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Lancaster Loneliness Summit

Published on 20 February 2018 09:00 AM

On 6th December Lancaster City Council and Age UK Lancashire hosted a Loneliness Summit at Lancaster Town Hall to raise awareness on the part of Councillors of both the scale of loneliness in the area but also of the wider range of support organisations and activities available to help alleviate the problem.

The event was organised in response to a talk which Anne Oliver, Community Engagement Manager for Age UK Lancashire,  and Margaret Pattison, the local Older People’s Champion,  gave to the City Council’s Scrutiny Committee in April 2017.  The talk drew on the work of the Jo Cox Commission, a Age UKs Loneliness Report and Index of Well-being and the members agreed that there was a need to pass on this information to all local Councillors. An event at the Town Hall was agreed upon as a suitable way to engage with Councillors, local organisations and the public. 

Anne worked with Margaret and Jenny Kay, the Councils Democratic Officer to design and organise the event. After much discussion they agreed to have one afternoon event divided into two sections.  The first part of the afternoon was dedicated to school children and the second half to Councillors and the Public.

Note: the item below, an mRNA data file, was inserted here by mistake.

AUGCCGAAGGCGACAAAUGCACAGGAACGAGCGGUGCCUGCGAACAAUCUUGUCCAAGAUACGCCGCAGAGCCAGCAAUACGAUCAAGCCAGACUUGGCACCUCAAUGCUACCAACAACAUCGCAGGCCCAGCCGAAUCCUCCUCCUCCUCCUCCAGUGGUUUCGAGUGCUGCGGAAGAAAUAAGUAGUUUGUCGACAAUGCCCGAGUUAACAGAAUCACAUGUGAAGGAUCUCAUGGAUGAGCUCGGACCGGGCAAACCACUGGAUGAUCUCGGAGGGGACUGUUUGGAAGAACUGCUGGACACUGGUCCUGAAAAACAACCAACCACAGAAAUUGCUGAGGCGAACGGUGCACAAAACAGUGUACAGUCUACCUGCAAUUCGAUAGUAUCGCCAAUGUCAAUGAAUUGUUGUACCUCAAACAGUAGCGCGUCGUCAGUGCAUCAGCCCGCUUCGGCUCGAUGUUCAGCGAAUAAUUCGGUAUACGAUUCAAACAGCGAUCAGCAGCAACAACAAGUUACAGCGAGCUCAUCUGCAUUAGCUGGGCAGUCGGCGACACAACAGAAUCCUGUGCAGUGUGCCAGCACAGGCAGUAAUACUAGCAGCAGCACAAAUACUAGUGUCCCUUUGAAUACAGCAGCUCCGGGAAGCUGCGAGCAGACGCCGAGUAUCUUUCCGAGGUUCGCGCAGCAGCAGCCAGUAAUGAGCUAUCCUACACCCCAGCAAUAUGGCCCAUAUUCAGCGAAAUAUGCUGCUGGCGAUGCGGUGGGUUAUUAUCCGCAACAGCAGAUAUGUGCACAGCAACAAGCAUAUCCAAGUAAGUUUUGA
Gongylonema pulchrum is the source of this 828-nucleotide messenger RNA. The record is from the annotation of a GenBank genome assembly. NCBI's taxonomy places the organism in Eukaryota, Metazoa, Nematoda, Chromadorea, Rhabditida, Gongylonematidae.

We had no budget for the event and so all invitations and most of the advertising was done electronically via email, social media and local radio stations. The Council agreed to the use of the Town Hall and  the interest of local organisations was so keen that the event expanded until we had taken over the Banqueting Suite, Mayors Parlour, Council Chambers and Ashton Hall. 

The event went extremely well.  40 local organisations set up stands in the Ashton Hall and a phenomenal amount of networking took place.  Radio Lancashire broadcast from the Town Hall and interviewed Anne, Margaret and representatives of several organisations during the course of the morning leading up to the event.  

50 school children aged from about 7 to 18 years attended during the first half of the afternoon.  They  visited stalls, completed questionnaires, watched the newly launched Age UK “No One Should Have No One” film, listened to talks on Difference by a representative of Lancs LGBT,  by the carer of a gentleman who became very lonely when he went blind and by a representative of N-Compass about loneliness experienced by young carers.  Each pupil then made a pledge as to how they could help reduce loneliness at school or in their community which was stuck up on a display wall as part of a huge jigsaw.  

For safeguarding purposes the Mayor, Councillors and public were invited for the second half of the afternoon.  During this time visited stalls, listened to their choices from talks by organisations in two different meeting rooms and watched the “No One…” film. In all over 200 were involved in the day and we are grateful to Lancaster City Council staff for their cooperation and support. 

The outcomes of the day have been many and varied and we are working on a series of different cooperative projects in Lancaster and are in the planning stages for future events in Southport, Pendle and Ribble Valley.